At the time of writing, new disclosures allege that EU facilities and communications in a number of locations, including the United Nations, have been a specific “target” of NSA surveillance (Attacks from America: NSA Spied on European Union Offices, Spiegel Online International, 29 June 2013; EU concern over Der Spiegel claim of US spying, BBC News, 30 June 2013; EU demands clarification over US spying claims, The Guardian, 30 June 2013; Key US-EU trade pact under threat after more NSA spying allegations, The Guardian, 30 June 2013; Washington Post releases four new slides from NSA’s Prism presentation, The Guardian, 30 June 2013; New NSA leaks show how US is bugging its European allies, The Guardian, 30 June 2013). There is now recognition of the manner in which major US internet companies used “locked mailboxes” through which to make available information to the NSA, despite earlier denials regarding such complicity (Tech Companies Concede to Surveillance Program, The New York Times, 7 June 2013). The companies allegedly included Google [YouTube, Gmail], Microsoft [Hotmail and Skype], Yahoo, Facebook, AOL, Apple, and Paltalk.

Reports in The Guardian noted that:

The documents, seen by the Observer, show that — in addition to the UK — Denmark, the Netherlands, France, Germany, Spain, and Italy have all had formal agreements to provide communications data to the US. They state that the EU countries have had “second and third party status” under decades-old signal intelligence (Sigint) agreements that compel them to hand over data which, in later years, experts believe, has come to include mobile phone and internet data.

Under the international intelligence agreements, nations are categorised by the US according to their trust level. The US is defined as ‘first party’ while the UK, Canada, Australia and New Zealand enjoy ‘second party’ trusted relationships. Countries such as Germany and France have ‘third party’, or less trusted, relationships…. On an average day, the NSA monitored about 20m German phone connections and 10m internet datasets, rising to 60m phone connections on busy days, the report said.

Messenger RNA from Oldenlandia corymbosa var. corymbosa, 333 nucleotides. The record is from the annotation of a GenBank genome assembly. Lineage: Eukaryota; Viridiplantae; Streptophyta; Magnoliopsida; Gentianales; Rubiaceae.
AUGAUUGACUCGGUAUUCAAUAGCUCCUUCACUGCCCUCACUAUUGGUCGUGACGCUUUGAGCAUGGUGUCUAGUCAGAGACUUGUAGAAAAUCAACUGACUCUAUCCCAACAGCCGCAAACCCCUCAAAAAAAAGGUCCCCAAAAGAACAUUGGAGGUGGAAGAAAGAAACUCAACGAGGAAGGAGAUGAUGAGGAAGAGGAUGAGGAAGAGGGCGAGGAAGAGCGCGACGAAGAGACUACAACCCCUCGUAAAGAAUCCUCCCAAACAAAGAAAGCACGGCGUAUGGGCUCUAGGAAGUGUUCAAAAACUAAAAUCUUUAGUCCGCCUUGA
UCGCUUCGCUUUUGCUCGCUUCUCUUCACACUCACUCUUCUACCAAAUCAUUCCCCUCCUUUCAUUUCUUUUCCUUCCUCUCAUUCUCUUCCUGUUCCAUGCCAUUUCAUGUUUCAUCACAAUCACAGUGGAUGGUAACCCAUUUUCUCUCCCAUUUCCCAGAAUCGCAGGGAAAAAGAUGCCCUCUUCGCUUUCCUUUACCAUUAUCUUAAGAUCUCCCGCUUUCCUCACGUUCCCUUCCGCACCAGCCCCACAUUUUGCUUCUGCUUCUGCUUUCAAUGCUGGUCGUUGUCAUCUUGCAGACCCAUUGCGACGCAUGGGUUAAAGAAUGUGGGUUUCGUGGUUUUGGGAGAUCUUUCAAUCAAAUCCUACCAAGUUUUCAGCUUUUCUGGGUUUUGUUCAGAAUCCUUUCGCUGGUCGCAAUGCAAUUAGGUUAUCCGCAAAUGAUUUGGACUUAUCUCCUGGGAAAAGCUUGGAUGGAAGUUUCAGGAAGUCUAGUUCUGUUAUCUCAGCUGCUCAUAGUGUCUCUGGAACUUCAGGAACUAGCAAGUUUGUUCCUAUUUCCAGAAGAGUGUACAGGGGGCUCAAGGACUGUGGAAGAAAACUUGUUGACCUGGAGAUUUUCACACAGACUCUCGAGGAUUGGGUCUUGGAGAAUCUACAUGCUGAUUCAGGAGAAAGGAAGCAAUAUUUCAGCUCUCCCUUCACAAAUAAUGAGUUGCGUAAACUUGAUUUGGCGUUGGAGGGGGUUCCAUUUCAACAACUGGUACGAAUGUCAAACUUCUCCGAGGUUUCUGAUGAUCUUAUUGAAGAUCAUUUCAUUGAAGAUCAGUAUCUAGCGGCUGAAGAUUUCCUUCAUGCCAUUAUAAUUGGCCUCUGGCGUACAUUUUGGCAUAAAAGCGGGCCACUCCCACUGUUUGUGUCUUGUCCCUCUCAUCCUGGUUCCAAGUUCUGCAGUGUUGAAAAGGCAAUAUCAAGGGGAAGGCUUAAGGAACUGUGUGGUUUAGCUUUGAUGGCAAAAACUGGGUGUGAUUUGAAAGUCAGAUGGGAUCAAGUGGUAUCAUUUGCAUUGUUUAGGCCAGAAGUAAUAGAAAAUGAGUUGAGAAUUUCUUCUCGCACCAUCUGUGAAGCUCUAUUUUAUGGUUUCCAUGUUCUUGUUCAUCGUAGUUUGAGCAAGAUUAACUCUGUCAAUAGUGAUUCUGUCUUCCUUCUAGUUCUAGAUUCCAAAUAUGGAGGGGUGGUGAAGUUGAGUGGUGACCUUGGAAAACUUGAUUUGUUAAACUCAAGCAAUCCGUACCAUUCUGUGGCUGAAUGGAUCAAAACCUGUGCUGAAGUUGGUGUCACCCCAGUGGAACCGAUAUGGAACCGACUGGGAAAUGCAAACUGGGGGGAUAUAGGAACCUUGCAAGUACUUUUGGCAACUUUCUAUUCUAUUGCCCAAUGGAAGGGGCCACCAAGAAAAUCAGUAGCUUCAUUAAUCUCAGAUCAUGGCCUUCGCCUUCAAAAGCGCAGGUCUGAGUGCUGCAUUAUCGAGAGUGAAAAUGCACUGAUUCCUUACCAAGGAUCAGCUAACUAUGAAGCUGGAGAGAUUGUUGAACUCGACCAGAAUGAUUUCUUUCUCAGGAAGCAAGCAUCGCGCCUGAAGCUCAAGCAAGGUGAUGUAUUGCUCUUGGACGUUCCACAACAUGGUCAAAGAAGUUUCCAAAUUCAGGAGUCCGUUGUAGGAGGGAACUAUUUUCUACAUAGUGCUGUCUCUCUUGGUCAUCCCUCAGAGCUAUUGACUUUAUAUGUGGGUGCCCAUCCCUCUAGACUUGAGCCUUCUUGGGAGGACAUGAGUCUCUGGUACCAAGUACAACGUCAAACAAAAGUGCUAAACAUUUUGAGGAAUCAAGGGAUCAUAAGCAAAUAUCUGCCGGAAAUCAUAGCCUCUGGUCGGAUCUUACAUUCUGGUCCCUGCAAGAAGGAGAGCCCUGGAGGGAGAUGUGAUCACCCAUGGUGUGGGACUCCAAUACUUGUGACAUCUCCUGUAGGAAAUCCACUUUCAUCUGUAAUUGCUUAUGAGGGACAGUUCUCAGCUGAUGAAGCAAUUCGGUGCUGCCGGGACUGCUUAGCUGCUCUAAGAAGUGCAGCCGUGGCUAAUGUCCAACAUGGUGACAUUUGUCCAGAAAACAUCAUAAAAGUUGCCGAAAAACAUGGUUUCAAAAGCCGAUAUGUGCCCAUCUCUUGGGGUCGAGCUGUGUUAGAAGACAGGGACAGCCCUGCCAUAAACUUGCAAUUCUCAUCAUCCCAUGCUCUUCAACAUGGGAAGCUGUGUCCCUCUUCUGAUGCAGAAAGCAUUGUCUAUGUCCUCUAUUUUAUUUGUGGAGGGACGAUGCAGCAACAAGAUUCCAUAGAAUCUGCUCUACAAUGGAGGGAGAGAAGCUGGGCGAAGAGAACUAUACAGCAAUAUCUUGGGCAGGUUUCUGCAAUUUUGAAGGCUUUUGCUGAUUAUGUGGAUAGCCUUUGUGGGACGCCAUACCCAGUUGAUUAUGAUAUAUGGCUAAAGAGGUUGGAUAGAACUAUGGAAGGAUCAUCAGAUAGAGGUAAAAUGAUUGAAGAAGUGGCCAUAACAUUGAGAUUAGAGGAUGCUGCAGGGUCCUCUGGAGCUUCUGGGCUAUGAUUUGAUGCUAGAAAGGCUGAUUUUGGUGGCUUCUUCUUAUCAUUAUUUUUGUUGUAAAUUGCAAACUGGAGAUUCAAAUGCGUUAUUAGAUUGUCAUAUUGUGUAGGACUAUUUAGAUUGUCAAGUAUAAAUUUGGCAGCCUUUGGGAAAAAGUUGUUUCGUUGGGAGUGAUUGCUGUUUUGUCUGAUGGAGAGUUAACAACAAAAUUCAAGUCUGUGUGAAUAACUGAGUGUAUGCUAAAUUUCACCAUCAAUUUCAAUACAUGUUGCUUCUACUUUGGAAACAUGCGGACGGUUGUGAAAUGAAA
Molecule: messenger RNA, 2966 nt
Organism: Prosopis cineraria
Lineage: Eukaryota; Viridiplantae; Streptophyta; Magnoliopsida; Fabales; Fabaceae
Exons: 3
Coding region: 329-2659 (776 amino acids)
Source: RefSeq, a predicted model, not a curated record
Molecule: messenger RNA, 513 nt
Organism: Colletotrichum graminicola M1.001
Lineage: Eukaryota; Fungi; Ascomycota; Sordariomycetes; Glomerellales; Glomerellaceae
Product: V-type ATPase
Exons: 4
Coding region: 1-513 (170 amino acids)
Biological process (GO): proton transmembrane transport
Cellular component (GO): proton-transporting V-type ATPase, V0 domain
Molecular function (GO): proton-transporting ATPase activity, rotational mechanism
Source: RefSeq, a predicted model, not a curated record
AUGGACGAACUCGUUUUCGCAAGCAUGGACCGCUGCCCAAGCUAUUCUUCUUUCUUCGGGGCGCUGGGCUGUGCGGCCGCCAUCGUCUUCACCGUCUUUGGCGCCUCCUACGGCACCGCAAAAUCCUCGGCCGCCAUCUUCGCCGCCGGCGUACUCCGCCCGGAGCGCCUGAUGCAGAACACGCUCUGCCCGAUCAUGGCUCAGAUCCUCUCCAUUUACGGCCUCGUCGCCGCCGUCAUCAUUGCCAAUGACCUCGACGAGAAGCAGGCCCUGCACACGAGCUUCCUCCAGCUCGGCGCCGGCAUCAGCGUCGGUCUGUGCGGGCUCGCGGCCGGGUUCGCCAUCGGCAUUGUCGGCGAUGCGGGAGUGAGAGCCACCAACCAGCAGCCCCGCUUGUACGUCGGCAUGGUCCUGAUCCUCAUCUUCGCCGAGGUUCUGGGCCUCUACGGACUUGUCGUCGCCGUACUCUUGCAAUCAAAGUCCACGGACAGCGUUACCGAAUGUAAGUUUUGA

This exploration follows from recognition of transfer of information from one computer to another without use of a network linking them. Such transfer of electronic information, especially computer files, by physically moving removable media such as magnetic tape, floppy disks, compact discs, USB memory sticks, or external hard drives has been informally described as Sneakernet — a humorous contrast to transfer via Ethernet.

As discussed, it is clear that protective measures against invasive surveillance will need to take a different form and scale if they are to be viable. On the other hand the reassurance by the UK Foreign Minster William Hague that If you have nothing to hide, you’ve nothing to fear… (9 June 2013) could now be offered to European institutions currently preoccupied by the matter.


Recognized competence of carrier pigeons
Demonstrated non-military messaging capacity of carrier pigeons
Demonstrated non-messaging capacity of carrier pigeons
Demonstrated military capacity of carrier pigeons
Assessment of viability of data transfer by carrier pigeons
Personal and social implications of use of carrier pigeons
Implications for intelligence agencies and security
Engagement of birds in advanced communication technologies of the future
Greening the world wide web using migratory birds
Carrier pigeons for peace (Pmail) vs. Drones for war?



This article originally appeared on Transcend Media Service (TMS) on 1 Jul 2013.